The City has compromised on some Bronson issues.
They have agreed to remove their proposal to widen the street, which would have speeded up vehicular traffic while simultaneously making the corridor less cycling and pedestrian friendly and chopping off numerous front yards, church entries, and mature trees. In our opinion, it didn’t make the road any safer for motorists either.
I like to think it had a lot to do with people objecting. Rescue Bronson encouraged many people to have their say. This included residents, landlords, school principals, recreation coordinators, churches … and yup, we even got some of Ottawa’s condo developers to weigh in on Bronson and how it affects urban renewal.
But the “straw that broke the camel’s back” came from Ottawa Hydro. Many poles are very close to the road. Widening the road required moving them back. In some cases, such as the block immediately north of Somerset, the wiring almost touches the balconies of apartments built back in the 1950’s. Heritage high rises, if you will. The wiring in front of those buildings would have to be buried. Transformers would have to be located in vaults off the side streets, with ridiculous access problems.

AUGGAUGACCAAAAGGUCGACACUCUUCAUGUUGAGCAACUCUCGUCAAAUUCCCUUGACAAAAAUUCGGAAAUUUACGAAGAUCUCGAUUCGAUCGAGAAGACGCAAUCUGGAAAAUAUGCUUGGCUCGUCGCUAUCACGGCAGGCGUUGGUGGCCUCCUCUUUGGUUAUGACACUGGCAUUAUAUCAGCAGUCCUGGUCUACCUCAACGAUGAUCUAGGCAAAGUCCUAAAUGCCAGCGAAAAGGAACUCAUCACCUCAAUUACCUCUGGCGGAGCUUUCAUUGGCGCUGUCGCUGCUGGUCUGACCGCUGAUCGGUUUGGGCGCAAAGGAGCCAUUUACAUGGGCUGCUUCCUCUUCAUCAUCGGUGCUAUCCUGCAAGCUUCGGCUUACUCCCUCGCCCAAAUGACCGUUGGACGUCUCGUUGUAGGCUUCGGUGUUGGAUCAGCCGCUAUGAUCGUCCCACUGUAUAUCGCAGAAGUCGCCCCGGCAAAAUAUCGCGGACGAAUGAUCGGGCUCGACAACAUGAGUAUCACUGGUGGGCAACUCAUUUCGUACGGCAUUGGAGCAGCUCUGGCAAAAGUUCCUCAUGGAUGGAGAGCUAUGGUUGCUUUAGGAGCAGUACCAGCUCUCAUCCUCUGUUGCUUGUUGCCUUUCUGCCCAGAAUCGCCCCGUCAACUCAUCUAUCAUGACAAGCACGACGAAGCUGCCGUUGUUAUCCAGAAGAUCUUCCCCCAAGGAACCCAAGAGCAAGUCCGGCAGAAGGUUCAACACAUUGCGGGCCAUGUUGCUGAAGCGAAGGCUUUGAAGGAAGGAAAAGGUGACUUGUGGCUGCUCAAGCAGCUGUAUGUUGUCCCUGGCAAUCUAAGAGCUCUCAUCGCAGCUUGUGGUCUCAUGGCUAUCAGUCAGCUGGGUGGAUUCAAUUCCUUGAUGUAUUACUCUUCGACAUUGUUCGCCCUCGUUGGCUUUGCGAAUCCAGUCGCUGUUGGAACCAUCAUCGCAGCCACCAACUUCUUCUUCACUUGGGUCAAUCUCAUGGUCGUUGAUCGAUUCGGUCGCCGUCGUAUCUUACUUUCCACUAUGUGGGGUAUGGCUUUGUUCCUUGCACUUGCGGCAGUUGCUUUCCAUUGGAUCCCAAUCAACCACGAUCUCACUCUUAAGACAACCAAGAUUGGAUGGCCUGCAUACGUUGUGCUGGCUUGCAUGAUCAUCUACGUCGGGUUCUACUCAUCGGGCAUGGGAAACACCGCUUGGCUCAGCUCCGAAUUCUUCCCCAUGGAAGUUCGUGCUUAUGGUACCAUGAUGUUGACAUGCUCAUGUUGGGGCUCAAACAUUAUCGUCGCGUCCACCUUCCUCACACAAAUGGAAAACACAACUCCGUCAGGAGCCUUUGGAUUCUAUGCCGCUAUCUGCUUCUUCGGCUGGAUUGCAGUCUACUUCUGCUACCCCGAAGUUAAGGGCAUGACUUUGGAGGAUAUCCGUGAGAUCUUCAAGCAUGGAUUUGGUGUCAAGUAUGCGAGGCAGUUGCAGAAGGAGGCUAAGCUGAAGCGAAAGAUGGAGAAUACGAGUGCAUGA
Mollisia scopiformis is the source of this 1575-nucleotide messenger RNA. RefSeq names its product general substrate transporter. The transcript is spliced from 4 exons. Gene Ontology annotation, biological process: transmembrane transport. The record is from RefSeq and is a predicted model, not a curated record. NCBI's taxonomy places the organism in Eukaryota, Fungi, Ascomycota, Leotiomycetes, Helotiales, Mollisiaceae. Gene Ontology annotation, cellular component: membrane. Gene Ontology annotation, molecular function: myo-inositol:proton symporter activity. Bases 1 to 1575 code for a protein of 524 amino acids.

So those big wooden poles which blight our streets while simultaneously protecting pedestrians from rampaging motorists have come to our rescue.
While this is a victory for Councillor Holmes and Rescue Bronson and local residents, there are several steps yet to come. The Somerset and Gladstone intersections remain unsafe for pedestrians, but they can be fixed if the city gets over its compulsive need to cater to motorists. The current proposed revisions to the intersections are a step in the right direction, but still way below potential. The Arlington intersection needs a pedestrian crossing, and we remain hopeful that we can attain that. It comes up before Transportation Committee in a week or so.
The job for local residents now is to ensure those intersections are improved for pedestrians, and to ensure that quality landscaping is actually designed and installed. These are not easy tasks, we will have to continue pushing the traffic engineers, educating them as to what constitutes good design in an urban environment.
But for now, savor the victory.